Food Nutrition Labels: Decoding the food we eat
3/6/2012, 10:53 a.m.
That means if 150 of the calories come from fat in a single serving, 300 of the calories come from fat in two servings ― a significant factor for those on a restricted fat diet.
Serving sizes can be a bit tricky and are usually much smaller than one estimates. A serving size of ice cream is half a cup – not the heaping bowl people are more prone to dole out. A portion of bran muffin can be one-third of the muffin – a mere bite for some. Yet, eating the entire muffin may result in consuming 30 percent of a person’s total daily calories.
Container size can be deceiving as well. A small bag of chips, which averages about 2 ounces, often contains two servings. Many interpret the small size to be an individual portion. Only the label will tell.
Calories count. Eating too many calories a day is one of the leading causes of overweight and obesity, but there’s a trick to understanding if the food is high or low caloric. Products that contain 40 calories or less per serving are considered low in calories. Serving sizes of 100 calories are considered moderate, while those containing 400 calories or more are deemed high.
Certain nutrients – fat, cholesterol and sodium – should be limited in consumption, but the nutrition labels do not indicate this. The American Heart Association (AHA) recommends limiting total fat each day to about 30 percent of total calories and saturated fats to 7 percent of total calories. Cholesterol intake should not exceed 200 mg.― particularly for people with cardiovascular disease. Currently, no upper limit of trans fat has been determined. Most health providers recommend abstaining completely.
Too much sodium can be harmful to those with hypertension, heart disease or stroke. The AHA suggests a limit of 2,300 mg a day – about a teaspoon of salt. But the Centers for Disease Control and Prevention recommend a daily maximum of 1,500 mg of salt for those with high blood pressure, those over 40 and all African American adults. Labels do not reflect this measurement, forcing consumers to do the math.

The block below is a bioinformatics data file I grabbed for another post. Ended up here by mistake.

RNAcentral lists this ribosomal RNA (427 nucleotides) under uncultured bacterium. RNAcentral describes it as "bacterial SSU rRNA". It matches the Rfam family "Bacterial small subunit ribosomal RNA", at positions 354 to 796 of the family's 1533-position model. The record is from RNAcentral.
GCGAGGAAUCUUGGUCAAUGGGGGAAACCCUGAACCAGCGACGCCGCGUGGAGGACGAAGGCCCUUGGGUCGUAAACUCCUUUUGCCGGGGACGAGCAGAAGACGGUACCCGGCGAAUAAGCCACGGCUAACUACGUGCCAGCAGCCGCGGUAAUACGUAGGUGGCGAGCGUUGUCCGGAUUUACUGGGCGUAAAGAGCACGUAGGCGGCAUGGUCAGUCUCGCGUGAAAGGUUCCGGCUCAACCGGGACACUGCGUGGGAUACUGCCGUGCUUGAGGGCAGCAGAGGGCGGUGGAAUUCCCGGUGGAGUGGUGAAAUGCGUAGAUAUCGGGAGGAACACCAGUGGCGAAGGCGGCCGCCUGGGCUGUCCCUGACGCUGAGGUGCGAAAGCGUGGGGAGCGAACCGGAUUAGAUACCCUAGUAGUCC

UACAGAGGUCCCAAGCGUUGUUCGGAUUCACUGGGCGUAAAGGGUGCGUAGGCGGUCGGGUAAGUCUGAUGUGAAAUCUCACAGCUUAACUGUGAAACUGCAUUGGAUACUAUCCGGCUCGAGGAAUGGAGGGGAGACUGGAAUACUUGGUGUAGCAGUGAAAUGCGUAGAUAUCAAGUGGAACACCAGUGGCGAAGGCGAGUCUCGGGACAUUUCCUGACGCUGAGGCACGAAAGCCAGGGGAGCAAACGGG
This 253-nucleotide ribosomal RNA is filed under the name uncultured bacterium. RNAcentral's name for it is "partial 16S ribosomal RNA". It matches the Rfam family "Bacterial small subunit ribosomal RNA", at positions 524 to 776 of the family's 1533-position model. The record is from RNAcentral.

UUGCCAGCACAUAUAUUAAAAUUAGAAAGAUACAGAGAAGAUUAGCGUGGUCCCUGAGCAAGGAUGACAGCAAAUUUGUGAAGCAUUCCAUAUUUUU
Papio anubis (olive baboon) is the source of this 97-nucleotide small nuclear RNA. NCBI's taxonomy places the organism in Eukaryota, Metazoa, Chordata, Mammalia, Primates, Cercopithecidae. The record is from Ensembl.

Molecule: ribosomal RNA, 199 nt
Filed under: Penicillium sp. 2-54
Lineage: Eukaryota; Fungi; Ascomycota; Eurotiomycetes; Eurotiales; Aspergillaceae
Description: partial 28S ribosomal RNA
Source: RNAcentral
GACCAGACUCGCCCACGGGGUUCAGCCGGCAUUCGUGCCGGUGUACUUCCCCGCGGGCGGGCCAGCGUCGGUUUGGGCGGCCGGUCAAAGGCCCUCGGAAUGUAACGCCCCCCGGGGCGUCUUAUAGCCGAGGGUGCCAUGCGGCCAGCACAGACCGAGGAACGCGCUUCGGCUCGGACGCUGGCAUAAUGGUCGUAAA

Some nutrients, on the other hand, are highly recommended. Experts recommend at least 25 grams of dietary fiber each day. Fiber is the undigested part of plant foods and helps regulate the gastrointestinal tract. Serving sizes of five grams or more of fiber are considered high in fiber, while good sources of fiber contain 2.5 to 4.9 grams.
In addition to fiber, vitamins, proteins and calcium are recommended in varying quantity based on age and gender.
Percent Daily Values describe how much or how little the nutrients contribute to each serving. There’s a catch though. The values are based on a 2,000- calorie a day diet and require adjustment to accommodate each person’s individual daily calorie intake.
Some nutrients, such as cholesterol and sodium, remain unchanged in their percent daily values regardless of calories, while total fat and vitamins and minerals vary. As an example, if the product lists that the serving contains 30 percent of the daily value of total fat, it means that each serving contains roughly 20 grams of fat. Two servings of the product would bring the percentage to 60 percent and 40 grams of fat. That also means that the remainder of the food you consume that day should not exceed 24 grams of total fat to meet the recommendation of less than 65 grams each day .